A half-baked prescription
The government has turned out a so-called comprehensive set of packages to rein in snowballing household debt that has been pinned as the biggest danger to the local economy. The measures are the result of four months of cooperation between the Financial Services Commission, Ministry of Strategy and Finance, Financial Supervisory Service and the Bank of Korea.
Household debt exceeds 1,100 trillion won ($950 billion), increasing by more than 10 trillion won every month. What’s worrisome is the accelerated pace of its growth. The annual rise of 5.2 percent in household debt in 2012 picked up to 6.5 percent last year and to 7.3 percent in the first half this year. The annual increase in mortgage-related loans that stood at around 3 percent until 2013 suddenly jumped to more than 10 percent last year.
The government tried to tone down concerns saying the default rate in household loans amounts to 0.45 percent, one tenth of the level in the United States, to argue that household debt does not pose an imminent danger to the economy. But the debts cannot stay safe if interest rates become higher with a rate hike by the U.S. Federal Reserve and a fall in home values. We have seen what harms the burst in home-related bubbles can do to the economy from the 2008 subprime mortgage crisis in the United States.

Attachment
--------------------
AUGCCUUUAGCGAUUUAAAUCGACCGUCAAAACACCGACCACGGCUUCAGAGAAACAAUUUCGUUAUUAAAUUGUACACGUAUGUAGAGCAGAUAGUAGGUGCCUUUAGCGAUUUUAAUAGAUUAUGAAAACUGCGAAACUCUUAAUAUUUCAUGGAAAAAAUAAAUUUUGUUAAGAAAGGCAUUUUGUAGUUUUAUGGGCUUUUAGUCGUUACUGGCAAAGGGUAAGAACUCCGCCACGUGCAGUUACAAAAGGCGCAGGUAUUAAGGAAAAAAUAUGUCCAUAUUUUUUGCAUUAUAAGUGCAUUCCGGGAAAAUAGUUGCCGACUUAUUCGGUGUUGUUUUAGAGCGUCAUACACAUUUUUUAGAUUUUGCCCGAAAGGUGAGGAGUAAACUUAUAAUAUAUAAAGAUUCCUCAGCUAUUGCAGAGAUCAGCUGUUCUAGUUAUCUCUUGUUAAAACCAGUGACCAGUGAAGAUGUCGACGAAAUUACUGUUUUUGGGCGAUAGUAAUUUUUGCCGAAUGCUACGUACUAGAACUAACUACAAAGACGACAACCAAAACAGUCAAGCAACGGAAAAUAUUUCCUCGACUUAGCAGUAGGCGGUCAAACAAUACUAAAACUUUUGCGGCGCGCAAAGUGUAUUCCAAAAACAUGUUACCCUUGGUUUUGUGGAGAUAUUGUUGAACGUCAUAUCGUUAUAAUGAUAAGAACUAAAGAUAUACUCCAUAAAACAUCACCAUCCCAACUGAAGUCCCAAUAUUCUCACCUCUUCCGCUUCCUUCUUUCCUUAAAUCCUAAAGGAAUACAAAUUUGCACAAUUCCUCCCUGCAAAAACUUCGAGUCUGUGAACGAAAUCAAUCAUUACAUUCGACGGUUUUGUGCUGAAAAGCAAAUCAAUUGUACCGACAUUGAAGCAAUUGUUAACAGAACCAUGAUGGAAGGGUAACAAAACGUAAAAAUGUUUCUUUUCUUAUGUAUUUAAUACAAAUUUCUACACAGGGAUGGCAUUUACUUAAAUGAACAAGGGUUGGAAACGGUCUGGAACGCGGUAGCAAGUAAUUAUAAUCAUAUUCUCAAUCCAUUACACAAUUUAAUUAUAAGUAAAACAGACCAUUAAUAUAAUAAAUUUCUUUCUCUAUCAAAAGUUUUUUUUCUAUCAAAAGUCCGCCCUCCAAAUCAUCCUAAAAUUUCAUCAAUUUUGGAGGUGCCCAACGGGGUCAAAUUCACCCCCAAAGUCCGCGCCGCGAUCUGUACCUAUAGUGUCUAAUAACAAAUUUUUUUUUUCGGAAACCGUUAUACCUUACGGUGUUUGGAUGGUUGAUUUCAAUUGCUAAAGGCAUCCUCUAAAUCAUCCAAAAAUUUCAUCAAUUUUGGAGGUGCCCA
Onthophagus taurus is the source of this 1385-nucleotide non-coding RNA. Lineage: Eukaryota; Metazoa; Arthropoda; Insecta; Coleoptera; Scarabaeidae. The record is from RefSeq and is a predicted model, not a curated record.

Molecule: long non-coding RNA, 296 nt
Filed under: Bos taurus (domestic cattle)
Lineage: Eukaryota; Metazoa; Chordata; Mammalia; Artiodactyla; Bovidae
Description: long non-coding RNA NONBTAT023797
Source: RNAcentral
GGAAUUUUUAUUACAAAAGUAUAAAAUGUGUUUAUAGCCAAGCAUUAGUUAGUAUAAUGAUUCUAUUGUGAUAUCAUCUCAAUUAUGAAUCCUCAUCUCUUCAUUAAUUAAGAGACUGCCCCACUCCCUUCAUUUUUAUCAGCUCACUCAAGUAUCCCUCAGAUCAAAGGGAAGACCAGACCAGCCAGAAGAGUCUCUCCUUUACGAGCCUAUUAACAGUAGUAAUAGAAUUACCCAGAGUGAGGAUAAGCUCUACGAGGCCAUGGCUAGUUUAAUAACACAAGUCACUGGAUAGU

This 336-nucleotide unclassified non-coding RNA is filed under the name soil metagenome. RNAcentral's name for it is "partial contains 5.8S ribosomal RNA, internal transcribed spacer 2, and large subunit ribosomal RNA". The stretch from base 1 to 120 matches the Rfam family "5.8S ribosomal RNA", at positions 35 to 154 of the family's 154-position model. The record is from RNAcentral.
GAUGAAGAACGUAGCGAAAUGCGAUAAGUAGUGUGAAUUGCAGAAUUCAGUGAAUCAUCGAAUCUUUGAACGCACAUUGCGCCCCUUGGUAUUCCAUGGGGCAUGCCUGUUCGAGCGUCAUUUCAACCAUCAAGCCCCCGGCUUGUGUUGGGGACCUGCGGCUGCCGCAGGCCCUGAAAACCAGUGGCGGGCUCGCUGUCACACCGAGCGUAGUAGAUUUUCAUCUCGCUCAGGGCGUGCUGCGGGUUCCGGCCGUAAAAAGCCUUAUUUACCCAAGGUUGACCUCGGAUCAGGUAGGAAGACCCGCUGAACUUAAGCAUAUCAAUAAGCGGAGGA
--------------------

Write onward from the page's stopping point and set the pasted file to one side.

The government emphasized it was taking pre-emptive actions without dampening domestic demand and the real estate market. It will make lenders look more closely at extending new loans and rearrange loan structures to allow for installment payments. It believes household debt can be contained by restricting loans to consumers with a questionable ability to repay their debts.
But the measures do not solve fundamental problems. Household debt increased sharply because the economy and real estate market have been lethargic. Half of the new household debt went to buying homes. Due to a steep rise in rent prices over the last five years, families bought homes because rent prices were close to the sale price. Strengthening loan reviews won’t make the demand go away. At the same time, consumers need to turn to loans to keep their businesses running amid reduced income from the economic slowdown.
The measures are guidelines for lenders to follow. They are more or less orders given out to the financial institutions. How they can be implemented would depend on the government’s will. The measures are hardly inventive or farsighted. It is why we cannot agree that the government has worked hard to come up with the best possible comprehensive and pre-emptive measures.
JoongAng Ilbo, July 23, Page 30